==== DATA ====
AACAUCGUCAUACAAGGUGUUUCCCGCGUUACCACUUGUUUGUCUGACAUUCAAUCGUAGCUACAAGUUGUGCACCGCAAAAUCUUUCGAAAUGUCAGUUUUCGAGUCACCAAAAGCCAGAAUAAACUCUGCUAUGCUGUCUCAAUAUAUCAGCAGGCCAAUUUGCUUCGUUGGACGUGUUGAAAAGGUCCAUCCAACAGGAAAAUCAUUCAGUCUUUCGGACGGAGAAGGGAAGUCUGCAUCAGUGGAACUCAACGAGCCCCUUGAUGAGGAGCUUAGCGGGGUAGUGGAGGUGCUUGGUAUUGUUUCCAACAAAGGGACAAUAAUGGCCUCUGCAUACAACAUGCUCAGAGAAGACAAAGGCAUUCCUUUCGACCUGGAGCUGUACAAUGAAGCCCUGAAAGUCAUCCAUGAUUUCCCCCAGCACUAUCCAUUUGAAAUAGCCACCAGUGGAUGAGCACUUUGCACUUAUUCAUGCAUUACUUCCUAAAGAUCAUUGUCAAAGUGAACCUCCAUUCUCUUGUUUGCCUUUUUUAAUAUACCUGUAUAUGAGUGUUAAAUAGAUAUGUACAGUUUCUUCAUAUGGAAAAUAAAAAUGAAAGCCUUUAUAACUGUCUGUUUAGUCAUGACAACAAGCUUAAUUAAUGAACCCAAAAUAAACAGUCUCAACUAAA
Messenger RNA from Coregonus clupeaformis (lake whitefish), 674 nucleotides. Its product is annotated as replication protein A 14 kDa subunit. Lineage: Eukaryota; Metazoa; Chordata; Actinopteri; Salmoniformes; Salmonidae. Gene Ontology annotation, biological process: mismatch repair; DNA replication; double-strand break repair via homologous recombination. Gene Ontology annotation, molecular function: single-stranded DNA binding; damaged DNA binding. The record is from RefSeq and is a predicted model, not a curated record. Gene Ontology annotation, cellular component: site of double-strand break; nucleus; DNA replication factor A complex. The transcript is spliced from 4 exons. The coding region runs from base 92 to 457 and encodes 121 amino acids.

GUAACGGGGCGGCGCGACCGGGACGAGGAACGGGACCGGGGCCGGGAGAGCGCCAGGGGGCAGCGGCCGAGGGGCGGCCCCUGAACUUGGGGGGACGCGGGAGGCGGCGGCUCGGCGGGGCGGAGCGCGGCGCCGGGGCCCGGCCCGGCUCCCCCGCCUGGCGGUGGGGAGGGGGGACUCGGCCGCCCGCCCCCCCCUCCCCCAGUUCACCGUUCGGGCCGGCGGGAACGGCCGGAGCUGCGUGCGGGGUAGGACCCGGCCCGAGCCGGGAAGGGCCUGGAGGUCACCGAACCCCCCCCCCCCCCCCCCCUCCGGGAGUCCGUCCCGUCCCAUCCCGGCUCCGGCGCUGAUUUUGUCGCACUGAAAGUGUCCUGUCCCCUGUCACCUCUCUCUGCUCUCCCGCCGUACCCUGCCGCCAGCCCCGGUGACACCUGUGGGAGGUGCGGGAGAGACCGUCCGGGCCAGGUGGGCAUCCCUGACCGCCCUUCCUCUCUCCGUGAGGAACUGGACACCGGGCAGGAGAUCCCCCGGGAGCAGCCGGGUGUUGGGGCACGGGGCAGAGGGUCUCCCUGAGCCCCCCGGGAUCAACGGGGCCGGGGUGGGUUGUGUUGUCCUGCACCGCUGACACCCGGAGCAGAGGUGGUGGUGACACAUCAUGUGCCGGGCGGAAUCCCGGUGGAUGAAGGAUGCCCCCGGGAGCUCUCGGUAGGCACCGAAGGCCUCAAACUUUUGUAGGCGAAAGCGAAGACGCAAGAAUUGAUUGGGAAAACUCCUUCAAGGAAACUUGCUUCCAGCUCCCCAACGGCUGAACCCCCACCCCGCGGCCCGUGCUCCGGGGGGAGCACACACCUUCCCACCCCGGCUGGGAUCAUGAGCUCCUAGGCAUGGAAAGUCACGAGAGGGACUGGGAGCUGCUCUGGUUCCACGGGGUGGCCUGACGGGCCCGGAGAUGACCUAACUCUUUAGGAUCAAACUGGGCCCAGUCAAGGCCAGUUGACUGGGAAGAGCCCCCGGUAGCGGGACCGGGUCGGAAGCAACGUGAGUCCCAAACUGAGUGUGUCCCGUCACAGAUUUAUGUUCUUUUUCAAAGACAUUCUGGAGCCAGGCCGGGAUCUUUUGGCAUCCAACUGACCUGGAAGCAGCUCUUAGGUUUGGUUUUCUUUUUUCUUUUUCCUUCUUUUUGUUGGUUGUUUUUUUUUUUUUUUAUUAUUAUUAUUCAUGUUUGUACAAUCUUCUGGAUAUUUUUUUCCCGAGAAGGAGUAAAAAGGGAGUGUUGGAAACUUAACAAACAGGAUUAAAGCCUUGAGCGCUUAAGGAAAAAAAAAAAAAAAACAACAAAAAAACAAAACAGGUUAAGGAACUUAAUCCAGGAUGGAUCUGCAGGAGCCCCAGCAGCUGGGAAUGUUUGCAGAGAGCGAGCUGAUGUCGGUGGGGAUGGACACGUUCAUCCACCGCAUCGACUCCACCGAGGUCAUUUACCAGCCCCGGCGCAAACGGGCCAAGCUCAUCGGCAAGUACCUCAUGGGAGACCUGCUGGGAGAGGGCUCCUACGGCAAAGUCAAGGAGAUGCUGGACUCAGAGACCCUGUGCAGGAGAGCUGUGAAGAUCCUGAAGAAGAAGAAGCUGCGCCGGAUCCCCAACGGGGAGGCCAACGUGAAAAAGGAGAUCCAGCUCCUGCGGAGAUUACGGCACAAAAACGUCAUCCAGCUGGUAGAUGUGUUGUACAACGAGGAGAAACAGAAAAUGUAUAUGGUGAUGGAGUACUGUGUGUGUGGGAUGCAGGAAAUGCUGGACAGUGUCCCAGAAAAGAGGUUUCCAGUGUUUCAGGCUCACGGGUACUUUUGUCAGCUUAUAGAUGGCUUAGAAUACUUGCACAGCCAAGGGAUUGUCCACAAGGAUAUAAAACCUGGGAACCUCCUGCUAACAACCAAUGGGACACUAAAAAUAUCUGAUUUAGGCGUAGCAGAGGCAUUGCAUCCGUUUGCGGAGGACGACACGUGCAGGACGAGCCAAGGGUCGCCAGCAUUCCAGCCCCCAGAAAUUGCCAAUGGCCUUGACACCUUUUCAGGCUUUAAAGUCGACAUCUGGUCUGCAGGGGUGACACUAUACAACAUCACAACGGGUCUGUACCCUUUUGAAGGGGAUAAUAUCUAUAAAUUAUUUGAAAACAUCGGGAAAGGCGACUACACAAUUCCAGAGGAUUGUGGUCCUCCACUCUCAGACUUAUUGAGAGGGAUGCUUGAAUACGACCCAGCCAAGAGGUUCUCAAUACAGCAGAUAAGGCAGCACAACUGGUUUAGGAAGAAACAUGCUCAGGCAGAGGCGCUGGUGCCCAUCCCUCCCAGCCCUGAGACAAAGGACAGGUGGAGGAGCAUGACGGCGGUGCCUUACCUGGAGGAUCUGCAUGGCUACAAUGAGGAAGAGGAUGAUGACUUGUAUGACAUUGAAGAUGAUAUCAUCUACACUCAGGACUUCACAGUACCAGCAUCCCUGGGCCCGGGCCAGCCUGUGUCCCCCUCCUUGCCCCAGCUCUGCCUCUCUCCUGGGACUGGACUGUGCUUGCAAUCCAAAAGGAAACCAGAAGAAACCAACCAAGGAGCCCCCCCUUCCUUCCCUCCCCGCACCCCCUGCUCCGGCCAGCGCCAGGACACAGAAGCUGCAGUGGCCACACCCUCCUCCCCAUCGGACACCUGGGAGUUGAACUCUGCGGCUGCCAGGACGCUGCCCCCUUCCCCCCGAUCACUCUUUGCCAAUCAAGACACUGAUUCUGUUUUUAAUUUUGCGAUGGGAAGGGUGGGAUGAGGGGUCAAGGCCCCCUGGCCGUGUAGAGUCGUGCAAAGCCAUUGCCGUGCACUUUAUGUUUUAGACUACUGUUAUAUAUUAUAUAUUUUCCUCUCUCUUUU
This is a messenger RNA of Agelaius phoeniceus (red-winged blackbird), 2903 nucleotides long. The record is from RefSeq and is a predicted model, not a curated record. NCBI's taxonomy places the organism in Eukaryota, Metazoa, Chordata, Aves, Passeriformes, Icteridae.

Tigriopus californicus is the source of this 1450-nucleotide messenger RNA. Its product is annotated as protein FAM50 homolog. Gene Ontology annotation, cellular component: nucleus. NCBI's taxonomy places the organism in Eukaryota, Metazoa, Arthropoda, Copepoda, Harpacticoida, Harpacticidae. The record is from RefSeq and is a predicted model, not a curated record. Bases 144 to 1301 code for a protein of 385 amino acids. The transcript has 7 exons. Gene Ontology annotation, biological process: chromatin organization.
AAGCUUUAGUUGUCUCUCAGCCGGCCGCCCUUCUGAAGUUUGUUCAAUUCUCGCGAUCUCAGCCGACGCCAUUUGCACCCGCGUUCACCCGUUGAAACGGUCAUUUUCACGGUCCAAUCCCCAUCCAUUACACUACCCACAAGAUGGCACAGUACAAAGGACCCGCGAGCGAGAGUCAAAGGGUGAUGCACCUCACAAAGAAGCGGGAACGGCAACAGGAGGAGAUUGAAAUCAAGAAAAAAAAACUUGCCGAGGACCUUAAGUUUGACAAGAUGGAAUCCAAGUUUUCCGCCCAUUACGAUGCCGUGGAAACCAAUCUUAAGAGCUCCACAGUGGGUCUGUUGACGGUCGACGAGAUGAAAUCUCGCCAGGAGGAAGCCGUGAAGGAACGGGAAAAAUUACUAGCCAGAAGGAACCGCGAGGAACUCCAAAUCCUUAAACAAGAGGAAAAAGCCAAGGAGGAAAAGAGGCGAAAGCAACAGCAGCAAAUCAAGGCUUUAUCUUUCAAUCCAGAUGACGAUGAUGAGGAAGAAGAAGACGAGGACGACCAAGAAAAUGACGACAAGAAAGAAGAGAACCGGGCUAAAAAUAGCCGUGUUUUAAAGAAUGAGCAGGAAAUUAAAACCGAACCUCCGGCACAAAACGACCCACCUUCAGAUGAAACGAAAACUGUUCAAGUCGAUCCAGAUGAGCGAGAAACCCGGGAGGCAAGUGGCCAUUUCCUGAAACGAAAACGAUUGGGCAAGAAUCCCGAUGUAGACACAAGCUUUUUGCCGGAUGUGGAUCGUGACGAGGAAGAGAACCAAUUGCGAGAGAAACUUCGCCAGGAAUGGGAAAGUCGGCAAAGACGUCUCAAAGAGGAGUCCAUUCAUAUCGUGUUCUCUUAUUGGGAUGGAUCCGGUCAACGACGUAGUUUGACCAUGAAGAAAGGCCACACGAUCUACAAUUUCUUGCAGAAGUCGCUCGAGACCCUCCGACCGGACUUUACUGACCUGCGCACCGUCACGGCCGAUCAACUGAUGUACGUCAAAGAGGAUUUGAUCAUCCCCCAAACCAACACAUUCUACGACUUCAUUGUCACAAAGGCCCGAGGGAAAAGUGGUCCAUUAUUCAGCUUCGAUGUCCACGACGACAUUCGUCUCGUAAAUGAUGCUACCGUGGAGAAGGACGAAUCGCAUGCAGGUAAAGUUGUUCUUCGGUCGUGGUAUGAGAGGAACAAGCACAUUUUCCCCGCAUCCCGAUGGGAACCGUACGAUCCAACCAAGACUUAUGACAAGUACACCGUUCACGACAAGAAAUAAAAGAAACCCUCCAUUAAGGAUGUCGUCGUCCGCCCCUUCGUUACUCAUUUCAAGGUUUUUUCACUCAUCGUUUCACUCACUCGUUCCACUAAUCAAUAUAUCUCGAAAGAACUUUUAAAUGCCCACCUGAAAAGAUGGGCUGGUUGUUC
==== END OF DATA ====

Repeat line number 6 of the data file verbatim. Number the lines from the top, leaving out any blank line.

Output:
AAGCUUUAGUUGUCUCUCAGCCGGCCGCCCUUCUGAAGUUUGUUCAAUUCUCGCGAUCUCAGCCGACGCCAUUUGCACCCGCGUUCACCCGUUGAAACGGUCAUUUUCACGGUCCAAUCCCCAUCCAUUACACUACCCACAAGAUGGCACAGUACAAAGGACCCGCGAGCGAGAGUCAAAGGGUGAUGCACCUCACAAAGAAGCGGGAACGGCAACAGGAGGAGAUUGAAAUCAAGAAAAAAAAACUUGCCGAGGACCUUAAGUUUGACAAGAUGGAAUCCAAGUUUUCCGCCCAUUACGAUGCCGUGGAAACCAAUCUUAAGAGCUCCACAGUGGGUCUGUUGACGGUCGACGAGAUGAAAUCUCGCCAGGAGGAAGCCGUGAAGGAACGGGAAAAAUUACUAGCCAGAAGGAACCGCGAGGAACUCCAAAUCCUUAAACAAGAGGAAAAAGCCAAGGAGGAAAAGAGGCGAAAGCAACAGCAGCAAAUCAAGGCUUUAUCUUUCAAUCCAGAUGACGAUGAUGAGGAAGAAGAAGACGAGGACGACCAAGAAAAUGACGACAAGAAAGAAGAGAACCGGGCUAAAAAUAGCCGUGUUUUAAAGAAUGAGCAGGAAAUUAAAACCGAACCUCCGGCACAAAACGACCCACCUUCAGAUGAAACGAAAACUGUUCAAGUCGAUCCAGAUGAGCGAGAAACCCGGGAGGCAAGUGGCCAUUUCCUGAAACGAAAACGAUUGGGCAAGAAUCCCGAUGUAGACACAAGCUUUUUGCCGGAUGUGGAUCGUGACGAGGAAGAGAACCAAUUGCGAGAGAAACUUCGCCAGGAAUGGGAAAGUCGGCAAAGACGUCUCAAAGAGGAGUCCAUUCAUAUCGUGUUCUCUUAUUGGGAUGGAUCCGGUCAACGACGUAGUUUGACCAUGAAGAAAGGCCACACGAUCUACAAUUUCUUGCAGAAGUCGCUCGAGACCCUCCGACCGGACUUUACUGACCUGCGCACCGUCACGGCCGAUCAACUGAUGUACGUCAAAGAGGAUUUGAUCAUCCCCCAAACCAACACAUUCUACGACUUCAUUGUCACAAAGGCCCGAGGGAAAAGUGGUCCAUUAUUCAGCUUCGAUGUCCACGACGACAUUCGUCUCGUAAAUGAUGCUACCGUGGAGAAGGACGAAUCGCAUGCAGGUAAAGUUGUUCUUCGGUCGUGGUAUGAGAGGAACAAGCACAUUUUCCCCGCAUCCCGAUGGGAACCGUACGAUCCAACCAAGACUUAUGACAAGUACACCGUUCACGACAAGAAAUAAAAGAAACCCUCCAUUAAGGAUGUCGUCGUCCGCCCCUUCGUUACUCAUUUCAAGGUUUUUUCACUCAUCGUUUCACUCACUCGUUCCACUAAUCAAUAUAUCUCGAAAGAACUUUUAAAUGCCCACCUGAAAAGAUGGGCUGGUUGUUC